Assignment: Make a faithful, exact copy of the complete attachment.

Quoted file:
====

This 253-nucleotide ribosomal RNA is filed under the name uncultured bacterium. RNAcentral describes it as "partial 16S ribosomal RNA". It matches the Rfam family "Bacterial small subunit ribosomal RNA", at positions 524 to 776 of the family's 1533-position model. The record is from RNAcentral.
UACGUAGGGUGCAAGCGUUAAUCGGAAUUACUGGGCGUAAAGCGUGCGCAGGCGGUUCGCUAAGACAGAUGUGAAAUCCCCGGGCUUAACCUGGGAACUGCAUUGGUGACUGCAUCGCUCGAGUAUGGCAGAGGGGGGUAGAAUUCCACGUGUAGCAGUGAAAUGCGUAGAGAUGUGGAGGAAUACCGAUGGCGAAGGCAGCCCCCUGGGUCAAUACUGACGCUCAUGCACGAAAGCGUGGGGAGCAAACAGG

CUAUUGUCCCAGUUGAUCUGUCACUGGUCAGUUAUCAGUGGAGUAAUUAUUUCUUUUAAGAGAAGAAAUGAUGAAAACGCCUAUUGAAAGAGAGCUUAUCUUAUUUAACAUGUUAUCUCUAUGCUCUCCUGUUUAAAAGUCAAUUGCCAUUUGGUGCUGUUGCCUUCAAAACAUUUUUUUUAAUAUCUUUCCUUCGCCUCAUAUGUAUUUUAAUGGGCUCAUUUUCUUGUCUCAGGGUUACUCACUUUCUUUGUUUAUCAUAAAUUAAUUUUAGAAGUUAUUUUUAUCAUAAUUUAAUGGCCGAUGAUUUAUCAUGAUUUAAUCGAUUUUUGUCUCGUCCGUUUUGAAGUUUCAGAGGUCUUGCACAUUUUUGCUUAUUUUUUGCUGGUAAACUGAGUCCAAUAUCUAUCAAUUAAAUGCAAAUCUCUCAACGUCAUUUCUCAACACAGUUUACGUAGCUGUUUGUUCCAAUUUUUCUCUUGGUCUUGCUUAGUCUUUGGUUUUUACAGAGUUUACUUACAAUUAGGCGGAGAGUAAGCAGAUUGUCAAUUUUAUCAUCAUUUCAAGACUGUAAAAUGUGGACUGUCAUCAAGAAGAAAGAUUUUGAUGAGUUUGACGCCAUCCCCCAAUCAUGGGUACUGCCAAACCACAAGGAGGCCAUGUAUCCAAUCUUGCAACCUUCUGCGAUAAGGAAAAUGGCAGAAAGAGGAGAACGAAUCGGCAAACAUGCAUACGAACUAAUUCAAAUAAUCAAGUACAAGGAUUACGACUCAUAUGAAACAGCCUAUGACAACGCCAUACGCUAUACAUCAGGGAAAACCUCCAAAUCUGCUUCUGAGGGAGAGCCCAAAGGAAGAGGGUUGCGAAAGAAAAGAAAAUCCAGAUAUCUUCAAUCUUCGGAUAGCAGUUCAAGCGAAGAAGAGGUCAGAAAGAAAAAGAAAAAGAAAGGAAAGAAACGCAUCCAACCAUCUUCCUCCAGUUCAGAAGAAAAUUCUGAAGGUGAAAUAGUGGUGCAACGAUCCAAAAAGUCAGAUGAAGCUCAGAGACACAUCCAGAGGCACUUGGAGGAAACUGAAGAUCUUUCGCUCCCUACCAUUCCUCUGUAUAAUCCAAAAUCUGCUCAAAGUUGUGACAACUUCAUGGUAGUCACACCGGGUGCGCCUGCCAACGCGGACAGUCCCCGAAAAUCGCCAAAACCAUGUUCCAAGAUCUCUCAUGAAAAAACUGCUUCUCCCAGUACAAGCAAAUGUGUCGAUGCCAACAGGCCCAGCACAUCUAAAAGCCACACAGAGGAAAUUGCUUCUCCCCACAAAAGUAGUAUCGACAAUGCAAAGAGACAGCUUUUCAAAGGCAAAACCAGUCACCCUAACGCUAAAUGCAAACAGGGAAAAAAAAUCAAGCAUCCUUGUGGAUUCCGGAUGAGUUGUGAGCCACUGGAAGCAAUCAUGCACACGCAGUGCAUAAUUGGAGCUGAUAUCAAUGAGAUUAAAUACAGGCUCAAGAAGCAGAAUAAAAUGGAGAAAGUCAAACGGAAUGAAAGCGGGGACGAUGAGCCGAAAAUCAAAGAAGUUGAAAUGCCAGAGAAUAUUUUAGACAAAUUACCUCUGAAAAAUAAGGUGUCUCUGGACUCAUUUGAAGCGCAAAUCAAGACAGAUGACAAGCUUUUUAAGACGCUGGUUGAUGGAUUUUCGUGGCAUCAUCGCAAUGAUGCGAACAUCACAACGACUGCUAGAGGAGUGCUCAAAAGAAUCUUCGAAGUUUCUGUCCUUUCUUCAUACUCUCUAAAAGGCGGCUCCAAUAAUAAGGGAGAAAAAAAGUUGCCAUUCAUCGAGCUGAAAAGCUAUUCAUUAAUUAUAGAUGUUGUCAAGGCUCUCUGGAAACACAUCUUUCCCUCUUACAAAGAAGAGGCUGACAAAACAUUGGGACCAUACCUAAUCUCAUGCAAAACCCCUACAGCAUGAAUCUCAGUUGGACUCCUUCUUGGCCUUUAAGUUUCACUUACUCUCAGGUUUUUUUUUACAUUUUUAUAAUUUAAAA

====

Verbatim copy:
This 253-nucleotide ribosomal RNA is filed under the name uncultured bacterium. RNAcentral describes it as "partial 16S ribosomal RNA". It matches the Rfam family "Bacterial small subunit ribosomal RNA", at positions 524 to 776 of the family's 1533-position model. The record is from RNAcentral.
UACGUAGGGUGCAAGCGUUAAUCGGAAUUACUGGGCGUAAAGCGUGCGCAGGCGGUUCGCUAAGACAGAUGUGAAAUCCCCGGGCUUAACCUGGGAACUGCAUUGGUGACUGCAUCGCUCGAGUAUGGCAGAGGGGGGUAGAAUUCCACGUGUAGCAGUGAAAUGCGUAGAGAUGUGGAGGAAUACCGAUGGCGAAGGCAGCCCCCUGGGUCAAUACUGACGCUCAUGCACGAAAGCGUGGGGAGCAAACAGG

CUAUUGUCCCAGUUGAUCUGUCACUGGUCAGUUAUCAGUGGAGUAAUUAUUUCUUUUAAGAGAAGAAAUGAUGAAAACGCCUAUUGAAAGAGAGCUUAUCUUAUUUAACAUGUUAUCUCUAUGCUCUCCUGUUUAAAAGUCAAUUGCCAUUUGGUGCUGUUGCCUUCAAAACAUUUUUUUUAAUAUCUUUCCUUCGCCUCAUAUGUAUUUUAAUGGGCUCAUUUUCUUGUCUCAGGGUUACUCACUUUCUUUGUUUAUCAUAAAUUAAUUUUAGAAGUUAUUUUUAUCAUAAUUUAAUGGCCGAUGAUUUAUCAUGAUUUAAUCGAUUUUUGUCUCGUCCGUUUUGAAGUUUCAGAGGUCUUGCACAUUUUUGCUUAUUUUUUGCUGGUAAACUGAGUCCAAUAUCUAUCAAUUAAAUGCAAAUCUCUCAACGUCAUUUCUCAACACAGUUUACGUAGCUGUUUGUUCCAAUUUUUCUCUUGGUCUUGCUUAGUCUUUGGUUUUUACAGAGUUUACUUACAAUUAGGCGGAGAGUAAGCAGAUUGUCAAUUUUAUCAUCAUUUCAAGACUGUAAAAUGUGGACUGUCAUCAAGAAGAAAGAUUUUGAUGAGUUUGACGCCAUCCCCCAAUCAUGGGUACUGCCAAACCACAAGGAGGCCAUGUAUCCAAUCUUGCAACCUUCUGCGAUAAGGAAAAUGGCAGAAAGAGGAGAACGAAUCGGCAAACAUGCAUACGAACUAAUUCAAAUAAUCAAGUACAAGGAUUACGACUCAUAUGAAACAGCCUAUGACAACGCCAUACGCUAUACAUCAGGGAAAACCUCCAAAUCUGCUUCUGAGGGAGAGCCCAAAGGAAGAGGGUUGCGAAAGAAAAGAAAAUCCAGAUAUCUUCAAUCUUCGGAUAGCAGUUCAAGCGAAGAAGAGGUCAGAAAGAAAAAGAAAAAGAAAGGAAAGAAACGCAUCCAACCAUCUUCCUCCAGUUCAGAAGAAAAUUCUGAAGGUGAAAUAGUGGUGCAACGAUCCAAAAAGUCAGAUGAAGCUCAGAGACACAUCCAGAGGCACUUGGAGGAAACUGAAGAUCUUUCGCUCCCUACCAUUCCUCUGUAUAAUCCAAAAUCUGCUCAAAGUUGUGACAACUUCAUGGUAGUCACACCGGGUGCGCCUGCCAACGCGGACAGUCCCCGAAAAUCGCCAAAACCAUGUUCCAAGAUCUCUCAUGAAAAAACUGCUUCUCCCAGUACAAGCAAAUGUGUCGAUGCCAACAGGCCCAGCACAUCUAAAAGCCACACAGAGGAAAUUGCUUCUCCCCACAAAAGUAGUAUCGACAAUGCAAAGAGACAGCUUUUCAAAGGCAAAACCAGUCACCCUAACGCUAAAUGCAAACAGGGAAAAAAAAUCAAGCAUCCUUGUGGAUUCCGGAUGAGUUGUGAGCCACUGGAAGCAAUCAUGCACACGCAGUGCAUAAUUGGAGCUGAUAUCAAUGAGAUUAAAUACAGGCUCAAGAAGCAGAAUAAAAUGGAGAAAGUCAAACGGAAUGAAAGCGGGGACGAUGAGCCGAAAAUCAAAGAAGUUGAAAUGCCAGAGAAUAUUUUAGACAAAUUACCUCUGAAAAAUAAGGUGUCUCUGGACUCAUUUGAAGCGCAAAUCAAGACAGAUGACAAGCUUUUUAAGACGCUGGUUGAUGGAUUUUCGUGGCAUCAUCGCAAUGAUGCGAACAUCACAACGACUGCUAGAGGAGUGCUCAAAAGAAUCUUCGAAGUUUCUGUCCUUUCUUCAUACUCUCUAAAAGGCGGCUCCAAUAAUAAGGGAGAAAAAAAGUUGCCAUUCAUCGAGCUGAAAAGCUAUUCAUUAAUUAUAGAUGUUGUCAAGGCUCUCUGGAAACACAUCUUUCCCUCUUACAAAGAAGAGGCUGACAAAACAUUGGGACCAUACCUAAUCUCAUGCAAAACCCCUACAGCAUGAAUCUCAGUUGGACUCCUUCUUGGCCUUUAAGUUUCACUUACUCUCAGGUUUUUUUUUACAUUUUUAUAAUUUAAAA